A group purchasing organization (GPO) is an entity that assists hospitals, home health agencies, nursing homes, and other healthcare providers in maximizing savings and efficiency by using purchasing volume to negotiate discounts with distributors, manufacturers, and vendors. However, some health systems have found that when it comes to the bottom line, they’re better off going it alone.

Texas’s Baylor Scott & White saving tens of millions by negotiating on its own

An example of this dynamic is Dallas-based Baylor Scott & White, the largest not-for-profit health system in Texas, operating 48 hospitals. According to Tony Johnson, chief supply chain officer and senior vice president, when it came to light that the organization was procuring certain medical products (like artificial hips and knees) at above-average prices, the company decided to explore alternate purchasing avenues.

“The way I would describe us two years ago is a loose confederation of states when it comes to the supply chain—every hospital basically made its own decisions,” Johnson told Modern Healthcare. “If you are a large health system, why not bring everyone to the table?” He also noted that different health systems were being charged different prices by the same supplier.

So Baylor Scott & White took the purchasing reins away from its GPO with some of its service lines and engaged in negotiations on its own behalf…and quite fruitfully. Last spring it bundled devices and supplies relating to cardiovascular medicine and replacement joints and logged a remarkable $32 million in savings. And last summer it saved $20 million by creating new categories of devices and supplies to be bundled. It has also recently opened a distribution facility.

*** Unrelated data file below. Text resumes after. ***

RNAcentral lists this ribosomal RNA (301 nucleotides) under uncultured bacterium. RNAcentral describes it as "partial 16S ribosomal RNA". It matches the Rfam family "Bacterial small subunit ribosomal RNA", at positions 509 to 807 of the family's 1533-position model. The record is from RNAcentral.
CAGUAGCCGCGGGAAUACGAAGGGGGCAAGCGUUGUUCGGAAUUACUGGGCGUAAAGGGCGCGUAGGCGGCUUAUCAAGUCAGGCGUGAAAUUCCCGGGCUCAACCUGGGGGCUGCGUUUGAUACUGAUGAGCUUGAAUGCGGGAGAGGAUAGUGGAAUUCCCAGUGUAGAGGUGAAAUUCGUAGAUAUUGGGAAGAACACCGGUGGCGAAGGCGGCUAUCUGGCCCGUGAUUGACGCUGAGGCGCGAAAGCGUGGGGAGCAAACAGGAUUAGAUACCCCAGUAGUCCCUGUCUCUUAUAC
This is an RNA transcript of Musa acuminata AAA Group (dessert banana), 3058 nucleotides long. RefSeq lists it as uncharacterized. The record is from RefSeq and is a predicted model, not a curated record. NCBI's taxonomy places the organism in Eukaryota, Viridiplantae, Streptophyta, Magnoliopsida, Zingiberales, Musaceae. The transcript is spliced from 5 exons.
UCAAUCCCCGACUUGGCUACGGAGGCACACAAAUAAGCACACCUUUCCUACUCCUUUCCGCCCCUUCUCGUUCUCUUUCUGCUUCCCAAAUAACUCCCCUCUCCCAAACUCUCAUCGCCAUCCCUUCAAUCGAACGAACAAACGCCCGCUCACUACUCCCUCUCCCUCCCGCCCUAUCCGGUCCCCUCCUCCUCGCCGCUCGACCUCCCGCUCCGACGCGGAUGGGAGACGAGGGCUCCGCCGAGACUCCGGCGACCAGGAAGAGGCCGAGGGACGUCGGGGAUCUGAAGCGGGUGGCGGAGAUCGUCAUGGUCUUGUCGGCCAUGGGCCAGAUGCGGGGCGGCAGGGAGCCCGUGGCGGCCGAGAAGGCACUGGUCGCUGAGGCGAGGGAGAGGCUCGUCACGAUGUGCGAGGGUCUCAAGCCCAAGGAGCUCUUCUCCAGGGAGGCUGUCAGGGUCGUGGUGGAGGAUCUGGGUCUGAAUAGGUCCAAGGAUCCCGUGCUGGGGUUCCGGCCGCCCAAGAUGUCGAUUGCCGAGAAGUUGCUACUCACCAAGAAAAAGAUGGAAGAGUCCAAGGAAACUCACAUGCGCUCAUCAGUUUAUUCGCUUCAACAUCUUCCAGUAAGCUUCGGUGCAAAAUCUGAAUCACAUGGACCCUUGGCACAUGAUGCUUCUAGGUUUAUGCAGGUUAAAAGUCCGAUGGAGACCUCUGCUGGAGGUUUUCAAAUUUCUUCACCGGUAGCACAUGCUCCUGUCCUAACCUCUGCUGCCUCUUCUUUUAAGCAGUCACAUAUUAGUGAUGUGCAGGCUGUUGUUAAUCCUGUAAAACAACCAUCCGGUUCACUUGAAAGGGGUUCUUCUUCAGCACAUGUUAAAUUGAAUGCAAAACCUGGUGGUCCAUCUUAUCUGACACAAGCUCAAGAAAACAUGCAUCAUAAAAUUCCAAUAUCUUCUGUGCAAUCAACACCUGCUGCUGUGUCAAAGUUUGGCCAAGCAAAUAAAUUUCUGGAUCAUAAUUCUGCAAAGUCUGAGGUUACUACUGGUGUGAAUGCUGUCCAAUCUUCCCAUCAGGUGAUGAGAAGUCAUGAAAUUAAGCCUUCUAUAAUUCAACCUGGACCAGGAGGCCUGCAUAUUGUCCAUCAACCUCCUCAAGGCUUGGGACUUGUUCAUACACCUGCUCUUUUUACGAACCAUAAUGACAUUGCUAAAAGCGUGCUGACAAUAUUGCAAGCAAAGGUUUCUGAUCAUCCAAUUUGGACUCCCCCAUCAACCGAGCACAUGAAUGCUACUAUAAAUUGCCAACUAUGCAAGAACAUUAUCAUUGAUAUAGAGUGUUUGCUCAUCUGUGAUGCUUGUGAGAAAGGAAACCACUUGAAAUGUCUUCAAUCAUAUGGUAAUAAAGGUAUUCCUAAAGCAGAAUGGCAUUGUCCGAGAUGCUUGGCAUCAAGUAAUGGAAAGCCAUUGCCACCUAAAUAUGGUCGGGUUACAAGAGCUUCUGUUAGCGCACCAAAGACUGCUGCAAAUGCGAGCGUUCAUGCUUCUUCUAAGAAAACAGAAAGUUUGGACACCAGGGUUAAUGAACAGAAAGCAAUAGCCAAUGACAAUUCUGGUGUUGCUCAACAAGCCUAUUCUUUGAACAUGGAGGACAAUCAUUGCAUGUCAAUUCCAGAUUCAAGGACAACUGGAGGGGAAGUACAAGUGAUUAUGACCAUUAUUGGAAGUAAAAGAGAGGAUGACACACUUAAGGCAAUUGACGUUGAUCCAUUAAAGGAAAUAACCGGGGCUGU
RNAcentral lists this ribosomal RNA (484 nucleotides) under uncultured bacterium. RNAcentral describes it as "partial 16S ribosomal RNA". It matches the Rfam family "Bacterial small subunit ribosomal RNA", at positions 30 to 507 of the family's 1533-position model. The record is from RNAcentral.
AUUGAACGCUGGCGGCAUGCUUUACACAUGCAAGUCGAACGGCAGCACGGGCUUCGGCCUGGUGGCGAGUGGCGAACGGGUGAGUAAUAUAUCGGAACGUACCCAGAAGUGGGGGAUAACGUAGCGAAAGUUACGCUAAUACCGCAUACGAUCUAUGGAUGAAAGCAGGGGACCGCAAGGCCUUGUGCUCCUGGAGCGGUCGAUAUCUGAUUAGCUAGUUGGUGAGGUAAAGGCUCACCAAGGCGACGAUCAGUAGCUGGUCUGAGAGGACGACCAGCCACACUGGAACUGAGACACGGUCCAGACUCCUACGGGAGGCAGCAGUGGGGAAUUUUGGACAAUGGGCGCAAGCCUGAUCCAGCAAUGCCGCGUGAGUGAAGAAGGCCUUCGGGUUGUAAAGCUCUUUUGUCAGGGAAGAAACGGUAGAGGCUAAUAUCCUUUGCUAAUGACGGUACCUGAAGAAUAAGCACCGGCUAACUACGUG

“It takes time but I don’t think anyone can argue with $32 million,” Johnson said. “On top of that, it is helping to evolve our health system’s thinking and ‘systemness.'”

Amazon is model for health system’s e-commerce site

Beyond looking to save money at the point of purchase, Baylor Scott & White is planning to open a repair center so that it can control the maintenance of the equipment, thereby saving money on an ongoing basis. The health system plans to facilitate that in-house supply and repair model later this month by going live with an e-commerce website (that emulates, in part, Amazon’s platform).

Baylor Scott & White is not the only health system to use benchmarking tools to determine it’s not getting the most competitive price on some medical supplies; nor is it the only one flexing its own purchasing muscle when it comes to common medical supplies that prove easy to bundle. Still, GPOs are active and engaged in the healthcare industry. And sometimes, that engagement comes in the form of strategic consultation, especially in the case of devices and supplies that aren’t used every day, and sophisticated, “physician-preference” products.

GPOs branch out into consultancy; “they are following the money”

Rick Conlin is a partner and supply chain specialist at the Advisory Board Company. He told Modern Healthcare that often GPOs work to assist doctors, administrators and staff to reach agreements on supplies and streamline the purchase of less commonplace supplies and devices. “Physician-preference items rely heavily on consulting engagements and the manpower required for more personalized service instead of offering catalog-like services. GPOs are offering these localized consultant-esque agreements frankly because they are following the money.”

As healthcare providers have discovered, the traditional approach of high-volume purchasing power doesn’t guarantee the best price in every case. Many GPOs are therefore working to diversify and adapt to a changing landscape. Will that adaptation be enough?

“They must change to survive”

Rob Austin is the associate director at the consultancy organization Navigant. “GPOs are really dinosaurs in the industry,” he told Modern Healthcare. “They are working to change, but the whole model is based on aggregated volume—they must change to survive.”

This article is provided for educational purposes only and is not offered as, and should not be relied on as, legal advice. Any individual or entity reading this information should consult an attorney for their particular situation. For more information/questions regarding any legal matters, please email info@nelsonhardiman.com or call 310.203.2800.